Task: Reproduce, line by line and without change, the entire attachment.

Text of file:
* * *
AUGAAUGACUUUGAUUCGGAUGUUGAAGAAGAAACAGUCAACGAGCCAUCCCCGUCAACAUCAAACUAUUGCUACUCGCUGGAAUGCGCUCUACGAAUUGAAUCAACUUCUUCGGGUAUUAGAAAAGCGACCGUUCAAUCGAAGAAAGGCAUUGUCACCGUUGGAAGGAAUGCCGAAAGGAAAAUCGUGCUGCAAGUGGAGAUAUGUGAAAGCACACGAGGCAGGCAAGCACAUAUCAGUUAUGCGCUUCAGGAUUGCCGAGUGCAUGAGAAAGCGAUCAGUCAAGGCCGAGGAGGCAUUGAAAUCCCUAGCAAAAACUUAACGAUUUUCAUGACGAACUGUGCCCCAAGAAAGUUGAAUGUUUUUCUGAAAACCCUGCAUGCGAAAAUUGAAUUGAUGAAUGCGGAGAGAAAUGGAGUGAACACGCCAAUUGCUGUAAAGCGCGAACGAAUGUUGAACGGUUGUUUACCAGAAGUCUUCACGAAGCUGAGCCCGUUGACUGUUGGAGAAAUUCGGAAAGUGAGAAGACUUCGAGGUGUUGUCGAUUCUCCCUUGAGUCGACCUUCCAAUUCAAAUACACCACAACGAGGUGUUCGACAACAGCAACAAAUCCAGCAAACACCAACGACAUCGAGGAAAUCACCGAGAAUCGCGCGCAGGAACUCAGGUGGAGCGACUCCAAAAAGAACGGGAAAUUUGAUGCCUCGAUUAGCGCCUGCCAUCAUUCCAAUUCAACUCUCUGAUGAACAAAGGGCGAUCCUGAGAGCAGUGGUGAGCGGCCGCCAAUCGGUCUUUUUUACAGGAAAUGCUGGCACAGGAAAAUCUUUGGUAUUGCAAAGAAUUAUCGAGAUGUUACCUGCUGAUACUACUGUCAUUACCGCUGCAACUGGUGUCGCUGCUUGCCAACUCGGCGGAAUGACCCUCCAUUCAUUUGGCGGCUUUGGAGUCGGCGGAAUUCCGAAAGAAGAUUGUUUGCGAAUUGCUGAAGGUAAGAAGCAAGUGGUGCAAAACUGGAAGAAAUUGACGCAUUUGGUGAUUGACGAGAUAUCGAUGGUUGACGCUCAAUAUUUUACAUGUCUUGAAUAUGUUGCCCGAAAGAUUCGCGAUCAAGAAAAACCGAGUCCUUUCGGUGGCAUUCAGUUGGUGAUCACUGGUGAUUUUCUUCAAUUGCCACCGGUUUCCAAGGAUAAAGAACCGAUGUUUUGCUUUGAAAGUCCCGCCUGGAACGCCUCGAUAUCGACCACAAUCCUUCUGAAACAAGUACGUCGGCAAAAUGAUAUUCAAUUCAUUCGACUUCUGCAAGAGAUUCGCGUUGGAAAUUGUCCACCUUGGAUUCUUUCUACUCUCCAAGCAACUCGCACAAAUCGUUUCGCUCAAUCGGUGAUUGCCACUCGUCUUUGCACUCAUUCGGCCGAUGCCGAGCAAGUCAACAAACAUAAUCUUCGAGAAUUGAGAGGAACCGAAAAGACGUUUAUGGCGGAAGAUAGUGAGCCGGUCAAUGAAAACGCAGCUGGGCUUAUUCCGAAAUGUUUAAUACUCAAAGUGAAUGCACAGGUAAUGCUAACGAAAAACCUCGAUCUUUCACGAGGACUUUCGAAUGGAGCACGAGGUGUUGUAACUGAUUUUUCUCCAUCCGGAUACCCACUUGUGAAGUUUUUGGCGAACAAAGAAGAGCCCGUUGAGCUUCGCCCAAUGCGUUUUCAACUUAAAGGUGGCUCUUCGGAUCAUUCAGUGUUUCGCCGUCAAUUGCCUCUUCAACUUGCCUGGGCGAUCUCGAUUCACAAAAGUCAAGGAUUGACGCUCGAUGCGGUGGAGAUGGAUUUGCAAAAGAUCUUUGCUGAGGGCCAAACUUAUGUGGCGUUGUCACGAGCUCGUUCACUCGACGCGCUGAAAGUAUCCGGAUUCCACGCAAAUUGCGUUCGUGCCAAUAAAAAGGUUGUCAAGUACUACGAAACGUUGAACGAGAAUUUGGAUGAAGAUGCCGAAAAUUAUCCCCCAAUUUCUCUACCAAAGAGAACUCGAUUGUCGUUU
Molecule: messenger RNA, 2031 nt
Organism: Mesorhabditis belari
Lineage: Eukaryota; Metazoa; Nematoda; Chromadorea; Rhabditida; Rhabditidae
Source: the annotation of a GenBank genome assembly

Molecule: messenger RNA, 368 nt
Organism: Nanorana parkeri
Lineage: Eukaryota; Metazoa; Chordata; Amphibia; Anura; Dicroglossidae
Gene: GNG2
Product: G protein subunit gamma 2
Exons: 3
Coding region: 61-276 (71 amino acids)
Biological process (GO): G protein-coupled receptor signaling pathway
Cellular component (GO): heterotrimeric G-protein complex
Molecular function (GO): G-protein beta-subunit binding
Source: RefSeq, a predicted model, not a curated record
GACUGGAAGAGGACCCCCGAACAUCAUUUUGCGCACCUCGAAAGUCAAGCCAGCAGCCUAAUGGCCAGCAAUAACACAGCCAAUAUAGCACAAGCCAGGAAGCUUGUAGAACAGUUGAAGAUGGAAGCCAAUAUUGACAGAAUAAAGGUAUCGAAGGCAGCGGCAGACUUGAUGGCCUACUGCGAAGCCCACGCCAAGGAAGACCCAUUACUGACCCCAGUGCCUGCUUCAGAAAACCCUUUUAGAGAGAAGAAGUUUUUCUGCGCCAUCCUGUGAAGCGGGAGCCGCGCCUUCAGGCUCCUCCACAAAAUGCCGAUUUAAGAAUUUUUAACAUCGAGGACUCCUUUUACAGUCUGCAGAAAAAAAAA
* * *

AUGAAUGACUUUGAUUCGGAUGUUGAAGAAGAAACAGUCAACGAGCCAUCCCCGUCAACAUCAAACUAUUGCUACUCGCUGGAAUGCGCUCUACGAAUUGAAUCAACUUCUUCGGGUAUUAGAAAAGCGACCGUUCAAUCGAAGAAAGGCAUUGUCACCGUUGGAAGGAAUGCCGAAAGGAAAAUCGUGCUGCAAGUGGAGAUAUGUGAAAGCACACGAGGCAGGCAAGCACAUAUCAGUUAUGCGCUUCAGGAUUGCCGAGUGCAUGAGAAAGCGAUCAGUCAAGGCCGAGGAGGCAUUGAAAUCCCUAGCAAAAACUUAACGAUUUUCAUGACGAACUGUGCCCCAAGAAAGUUGAAUGUUUUUCUGAAAACCCUGCAUGCGAAAAUUGAAUUGAUGAAUGCGGAGAGAAAUGGAGUGAACACGCCAAUUGCUGUAAAGCGCGAACGAAUGUUGAACGGUUGUUUACCAGAAGUCUUCACGAAGCUGAGCCCGUUGACUGUUGGAGAAAUUCGGAAAGUGAGAAGACUUCGAGGUGUUGUCGAUUCUCCCUUGAGUCGACCUUCCAAUUCAAAUACACCACAACGAGGUGUUCGACAACAGCAACAAAUCCAGCAAACACCAACGACAUCGAGGAAAUCACCGAGAAUCGCGCGCAGGAACUCAGGUGGAGCGACUCCAAAAAGAACGGGAAAUUUGAUGCCUCGAUUAGCGCCUGCCAUCAUUCCAAUUCAACUCUCUGAUGAACAAAGGGCGAUCCUGAGAGCAGUGGUGAGCGGCCGCCAAUCGGUCUUUUUUACAGGAAAUGCUGGCACAGGAAAAUCUUUGGUAUUGCAAAGAAUUAUCGAGAUGUUACCUGCUGAUACUACUGUCAUUACCGCUGCAACUGGUGUCGCUGCUUGCCAACUCGGCGGAAUGACCCUCCAUUCAUUUGGCGGCUUUGGAGUCGGCGGAAUUCCGAAAGAAGAUUGUUUGCGAAUUGCUGAAGGUAAGAAGCAAGUGGUGCAAAACUGGAAGAAAUUGACGCAUUUGGUGAUUGACGAGAUAUCGAUGGUUGACGCUCAAUAUUUUACAUGUCUUGAAUAUGUUGCCCGAAAGAUUCGCGAUCAAGAAAAACCGAGUCCUUUCGGUGGCAUUCAGUUGGUGAUCACUGGUGAUUUUCUUCAAUUGCCACCGGUUUCCAAGGAUAAAGAACCGAUGUUUUGCUUUGAAAGUCCCGCCUGGAACGCCUCGAUAUCGACCACAAUCCUUCUGAAACAAGUACGUCGGCAAAAUGAUAUUCAAUUCAUUCGACUUCUGCAAGAGAUUCGCGUUGGAAAUUGUCCACCUUGGAUUCUUUCUACUCUCCAAGCAACUCGCACAAAUCGUUUCGCUCAAUCGGUGAUUGCCACUCGUCUUUGCACUCAUUCGGCCGAUGCCGAGCAAGUCAACAAACAUAAUCUUCGAGAAUUGAGAGGAACCGAAAAGACGUUUAUGGCGGAAGAUAGUGAGCCGGUCAAUGAAAACGCAGCUGGGCUUAUUCCGAAAUGUUUAAUACUCAAAGUGAAUGCACAGGUAAUGCUAACGAAAAACCUCGAUCUUUCACGAGGACUUUCGAAUGGAGCACGAGGUGUUGUAACUGAUUUUUCUCCAUCCGGAUACCCACUUGUGAAGUUUUUGGCGAACAAAGAAGAGCCCGUUGAGCUUCGCCCAAUGCGUUUUCAACUUAAAGGUGGCUCUUCGGAUCAUUCAGUGUUUCGCCGUCAAUUGCCUCUUCAACUUGCCUGGGCGAUCUCGAUUCACAAAAGUCAAGGAUUGACGCUCGAUGCGGUGGAGAUGGAUUUGCAAAAGAUCUUUGCUGAGGGCCAAACUUAUGUGGCGUUGUCACGAGCUCGUUCACUCGACGCGCUGAAAGUAUCCGGAUUCCACGCAAAUUGCGUUCGUGCCAAUAAAAAGGUUGUCAAGUACUACGAAACGUUGAACGAGAAUUUGGAUGAAGAUGCCGAAAAUUAUCCCCCAAUUUCUCUACCAAAGAGAACUCGAUUGUCGUUU
Molecule: messenger RNA, 2031 nt
Organism: Mesorhabditis belari
Lineage: Eukaryota; Metazoa; Nematoda; Chromadorea; Rhabditida; Rhabditidae
Source: the annotation of a GenBank genome assembly

Molecule: messenger RNA, 368 nt
Organism: Nanorana parkeri
Lineage: Eukaryota; Metazoa; Chordata; Amphibia; Anura; Dicroglossidae
Gene: GNG2
Product: G protein subunit gamma 2
Exons: 3
Coding region: 61-276 (71 amino acids)
Biological process (GO): G protein-coupled receptor signaling pathway
Cellular component (GO): heterotrimeric G-protein complex
Molecular function (GO): G-protein beta-subunit binding
Source: RefSeq, a predicted model, not a curated record
GACUGGAAGAGGACCCCCGAACAUCAUUUUGCGCACCUCGAAAGUCAAGCCAGCAGCCUAAUGGCCAGCAAUAACACAGCCAAUAUAGCACAAGCCAGGAAGCUUGUAGAACAGUUGAAGAUGGAAGCCAAUAUUGACAGAAUAAAGGUAUCGAAGGCAGCGGCAGACUUGAUGGCCUACUGCGAAGCCCACGCCAAGGAAGACCCAUUACUGACCCCAGUGCCUGCUUCAGAAAACCCUUUUAGAGAGAAGAAGUUUUUCUGCGCCAUCCUGUGAAGCGGGAGCCGCGCCUUCAGGCUCCUCCACAAAAUGCCGAUUUAAGAAUUUUUAACAUCGAGGACUCCUUUUACAGUCUGCAGAAAAAAAAA